Acyclovir lipid nanocapsules gel for oromucosal delivery: A preclinical evidence of efficacy in the chicken pouch membrane model

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Abstract

The study aimed to develop a patient-friendly acyclovir gel with improved efficacy in viral mouth infections, in response to patients' need for an intraoral acyclovir product. Acyclovir was loaded in lipid nanocapsules in gel form, and formulae were evaluated for oromucosal delivery. Lipid nanocapsules were prepared by the phase inversion method. Formulae were optimized to achieve maximum acyclovir entrapment and minimum acyclovir precipitation. Colloidal properties, and pharmaceutical performance indicators were assessed. Drug-loaded lipid nanocapsules were in the nanorange (39–120 nm), PdI (0.03–0.2), negative zeta potential, and entrapment efficiency (33–64%). Acyclovir (0.3% w/w) lipid nanocapsules gels were prepared using hydroxyethylcellulose (3% w/w). Resulting gel attributes were considered suitable.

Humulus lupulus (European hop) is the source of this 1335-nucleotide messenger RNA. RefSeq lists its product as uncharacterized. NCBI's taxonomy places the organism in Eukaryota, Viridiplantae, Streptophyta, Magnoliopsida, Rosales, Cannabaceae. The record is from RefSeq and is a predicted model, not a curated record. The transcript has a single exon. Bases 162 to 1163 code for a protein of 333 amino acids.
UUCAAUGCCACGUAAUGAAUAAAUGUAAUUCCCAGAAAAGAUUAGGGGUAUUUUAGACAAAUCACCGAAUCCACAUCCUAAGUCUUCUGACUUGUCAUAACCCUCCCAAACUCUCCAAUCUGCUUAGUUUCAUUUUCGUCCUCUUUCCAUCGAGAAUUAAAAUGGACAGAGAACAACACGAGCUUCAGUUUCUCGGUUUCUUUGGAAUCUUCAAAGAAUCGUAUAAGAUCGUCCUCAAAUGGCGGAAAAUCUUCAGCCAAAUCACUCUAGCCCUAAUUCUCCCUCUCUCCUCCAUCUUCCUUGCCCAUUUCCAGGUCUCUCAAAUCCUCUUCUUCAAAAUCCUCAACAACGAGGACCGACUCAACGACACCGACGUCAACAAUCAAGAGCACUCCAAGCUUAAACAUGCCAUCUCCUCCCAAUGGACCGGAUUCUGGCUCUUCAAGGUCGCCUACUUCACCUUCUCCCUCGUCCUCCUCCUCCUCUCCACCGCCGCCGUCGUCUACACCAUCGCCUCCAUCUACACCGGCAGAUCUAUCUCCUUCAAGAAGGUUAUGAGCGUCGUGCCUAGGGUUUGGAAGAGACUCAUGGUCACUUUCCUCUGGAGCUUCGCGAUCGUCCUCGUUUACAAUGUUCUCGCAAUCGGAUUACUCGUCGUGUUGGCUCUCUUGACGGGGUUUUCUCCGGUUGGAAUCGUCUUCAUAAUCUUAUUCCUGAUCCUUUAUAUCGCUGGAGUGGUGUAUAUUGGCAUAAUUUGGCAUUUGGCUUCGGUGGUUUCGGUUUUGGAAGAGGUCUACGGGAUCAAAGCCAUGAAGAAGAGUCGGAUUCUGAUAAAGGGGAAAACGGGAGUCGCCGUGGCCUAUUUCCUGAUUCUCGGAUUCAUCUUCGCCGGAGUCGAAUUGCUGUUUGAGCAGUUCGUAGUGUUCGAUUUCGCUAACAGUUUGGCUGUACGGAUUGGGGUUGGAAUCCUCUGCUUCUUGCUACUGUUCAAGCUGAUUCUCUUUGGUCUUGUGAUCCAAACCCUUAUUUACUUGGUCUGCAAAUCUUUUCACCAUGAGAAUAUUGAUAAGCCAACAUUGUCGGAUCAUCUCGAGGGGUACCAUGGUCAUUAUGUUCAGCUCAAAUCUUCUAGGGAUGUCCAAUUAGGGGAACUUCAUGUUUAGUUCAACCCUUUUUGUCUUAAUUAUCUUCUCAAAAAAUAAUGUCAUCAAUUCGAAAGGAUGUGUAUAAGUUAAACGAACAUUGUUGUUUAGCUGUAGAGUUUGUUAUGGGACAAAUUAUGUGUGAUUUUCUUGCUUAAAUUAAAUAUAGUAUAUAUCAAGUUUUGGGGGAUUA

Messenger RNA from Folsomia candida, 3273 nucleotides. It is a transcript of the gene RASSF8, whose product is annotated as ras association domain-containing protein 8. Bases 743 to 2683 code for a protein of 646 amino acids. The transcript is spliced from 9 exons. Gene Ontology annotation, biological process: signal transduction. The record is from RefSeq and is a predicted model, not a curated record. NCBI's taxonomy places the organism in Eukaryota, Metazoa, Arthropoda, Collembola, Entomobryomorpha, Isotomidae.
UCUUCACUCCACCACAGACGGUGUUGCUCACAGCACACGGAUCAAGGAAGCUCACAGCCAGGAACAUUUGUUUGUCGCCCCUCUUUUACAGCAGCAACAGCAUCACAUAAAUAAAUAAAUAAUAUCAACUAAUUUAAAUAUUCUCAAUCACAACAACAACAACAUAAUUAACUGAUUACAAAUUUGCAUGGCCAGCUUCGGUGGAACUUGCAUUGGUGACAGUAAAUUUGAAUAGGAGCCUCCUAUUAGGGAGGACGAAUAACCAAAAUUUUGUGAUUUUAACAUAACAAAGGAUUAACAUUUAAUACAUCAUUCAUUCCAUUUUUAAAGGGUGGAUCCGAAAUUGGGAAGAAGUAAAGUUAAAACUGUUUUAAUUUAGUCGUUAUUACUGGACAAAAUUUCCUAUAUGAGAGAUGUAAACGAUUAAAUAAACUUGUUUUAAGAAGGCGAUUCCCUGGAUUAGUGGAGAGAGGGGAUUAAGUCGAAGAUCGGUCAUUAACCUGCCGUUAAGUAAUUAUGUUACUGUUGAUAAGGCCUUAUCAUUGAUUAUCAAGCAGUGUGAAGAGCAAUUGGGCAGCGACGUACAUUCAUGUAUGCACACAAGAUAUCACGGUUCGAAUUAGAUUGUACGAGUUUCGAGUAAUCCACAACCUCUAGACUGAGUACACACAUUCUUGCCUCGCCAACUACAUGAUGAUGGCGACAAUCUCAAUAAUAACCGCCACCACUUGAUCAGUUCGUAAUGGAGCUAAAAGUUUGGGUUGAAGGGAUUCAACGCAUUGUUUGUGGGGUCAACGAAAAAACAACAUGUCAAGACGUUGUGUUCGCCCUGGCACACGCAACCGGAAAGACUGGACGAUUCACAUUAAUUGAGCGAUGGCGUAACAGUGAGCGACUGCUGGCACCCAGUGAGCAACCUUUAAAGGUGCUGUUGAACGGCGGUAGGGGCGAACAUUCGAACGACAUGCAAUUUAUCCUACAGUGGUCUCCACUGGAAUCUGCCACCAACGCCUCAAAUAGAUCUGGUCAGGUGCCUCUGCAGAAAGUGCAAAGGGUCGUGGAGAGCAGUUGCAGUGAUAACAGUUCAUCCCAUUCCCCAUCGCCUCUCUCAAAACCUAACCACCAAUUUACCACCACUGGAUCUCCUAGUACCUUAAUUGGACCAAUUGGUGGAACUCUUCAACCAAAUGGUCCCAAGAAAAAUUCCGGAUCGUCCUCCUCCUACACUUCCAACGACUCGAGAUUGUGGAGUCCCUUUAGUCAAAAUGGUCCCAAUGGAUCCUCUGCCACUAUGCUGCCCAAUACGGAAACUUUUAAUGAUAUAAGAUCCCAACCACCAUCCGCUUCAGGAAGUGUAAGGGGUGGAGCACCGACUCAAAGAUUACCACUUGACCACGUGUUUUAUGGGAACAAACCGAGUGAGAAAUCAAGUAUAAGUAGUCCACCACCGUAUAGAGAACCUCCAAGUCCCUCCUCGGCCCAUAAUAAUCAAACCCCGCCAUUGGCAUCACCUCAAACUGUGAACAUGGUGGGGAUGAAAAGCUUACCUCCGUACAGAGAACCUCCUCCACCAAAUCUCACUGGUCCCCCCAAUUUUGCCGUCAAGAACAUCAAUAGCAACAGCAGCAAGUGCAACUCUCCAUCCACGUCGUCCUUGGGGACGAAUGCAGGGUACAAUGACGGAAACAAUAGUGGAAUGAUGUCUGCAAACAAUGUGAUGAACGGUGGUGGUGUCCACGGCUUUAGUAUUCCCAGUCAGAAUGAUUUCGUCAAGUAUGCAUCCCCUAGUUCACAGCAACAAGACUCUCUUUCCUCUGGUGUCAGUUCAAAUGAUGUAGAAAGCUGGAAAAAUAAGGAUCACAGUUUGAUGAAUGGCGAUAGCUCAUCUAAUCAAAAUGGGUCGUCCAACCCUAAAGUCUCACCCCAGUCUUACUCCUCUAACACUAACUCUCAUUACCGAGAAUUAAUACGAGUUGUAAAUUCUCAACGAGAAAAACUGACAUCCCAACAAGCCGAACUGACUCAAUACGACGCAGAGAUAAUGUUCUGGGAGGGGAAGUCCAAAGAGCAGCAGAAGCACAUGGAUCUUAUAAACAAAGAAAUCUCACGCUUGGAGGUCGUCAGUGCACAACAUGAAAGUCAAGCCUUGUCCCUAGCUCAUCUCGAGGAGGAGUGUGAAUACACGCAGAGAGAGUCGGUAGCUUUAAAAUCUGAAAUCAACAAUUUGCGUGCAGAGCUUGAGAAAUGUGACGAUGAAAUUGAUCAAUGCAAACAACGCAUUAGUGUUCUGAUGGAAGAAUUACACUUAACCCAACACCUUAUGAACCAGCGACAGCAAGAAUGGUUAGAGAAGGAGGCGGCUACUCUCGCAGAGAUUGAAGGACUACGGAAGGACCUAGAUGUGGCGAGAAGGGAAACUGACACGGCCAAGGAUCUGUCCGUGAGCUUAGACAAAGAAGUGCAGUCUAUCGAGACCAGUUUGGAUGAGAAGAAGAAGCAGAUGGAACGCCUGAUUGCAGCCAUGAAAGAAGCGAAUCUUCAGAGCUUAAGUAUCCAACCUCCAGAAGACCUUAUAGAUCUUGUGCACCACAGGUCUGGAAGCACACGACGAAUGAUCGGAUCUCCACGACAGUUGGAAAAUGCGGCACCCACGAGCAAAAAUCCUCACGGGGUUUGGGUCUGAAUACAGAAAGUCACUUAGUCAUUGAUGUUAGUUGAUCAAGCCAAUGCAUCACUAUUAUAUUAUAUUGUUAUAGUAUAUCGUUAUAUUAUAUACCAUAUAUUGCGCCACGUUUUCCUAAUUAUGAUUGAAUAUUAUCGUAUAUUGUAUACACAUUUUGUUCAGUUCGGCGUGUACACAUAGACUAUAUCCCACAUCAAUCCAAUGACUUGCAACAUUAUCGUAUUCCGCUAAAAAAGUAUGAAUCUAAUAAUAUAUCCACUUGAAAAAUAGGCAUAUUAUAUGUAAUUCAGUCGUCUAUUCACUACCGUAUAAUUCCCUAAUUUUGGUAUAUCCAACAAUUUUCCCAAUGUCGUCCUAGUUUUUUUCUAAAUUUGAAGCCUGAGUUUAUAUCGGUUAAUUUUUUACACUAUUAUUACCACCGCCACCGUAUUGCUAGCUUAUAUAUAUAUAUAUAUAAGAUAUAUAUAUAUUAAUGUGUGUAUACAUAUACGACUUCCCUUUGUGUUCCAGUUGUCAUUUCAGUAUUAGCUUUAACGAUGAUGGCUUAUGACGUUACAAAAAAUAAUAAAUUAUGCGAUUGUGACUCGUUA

Lipid nanocapsules gels (0.3% w/w) showed enhanced Ex vivo acyclovir permeation across, and comparable retention in chicken pouch membrane compared to the 5% marketed cream despite lower drug content. The data provides basis for future exploration of lipid nanocapsules as carrier for transmucosal delivery of acyclovir; the enhanced acyclovir retention in chicken pouch membrane, compared to controls, suggests suitability of lipid nanocapsules for drug delivery to the viral lesion within the buccal membrane.

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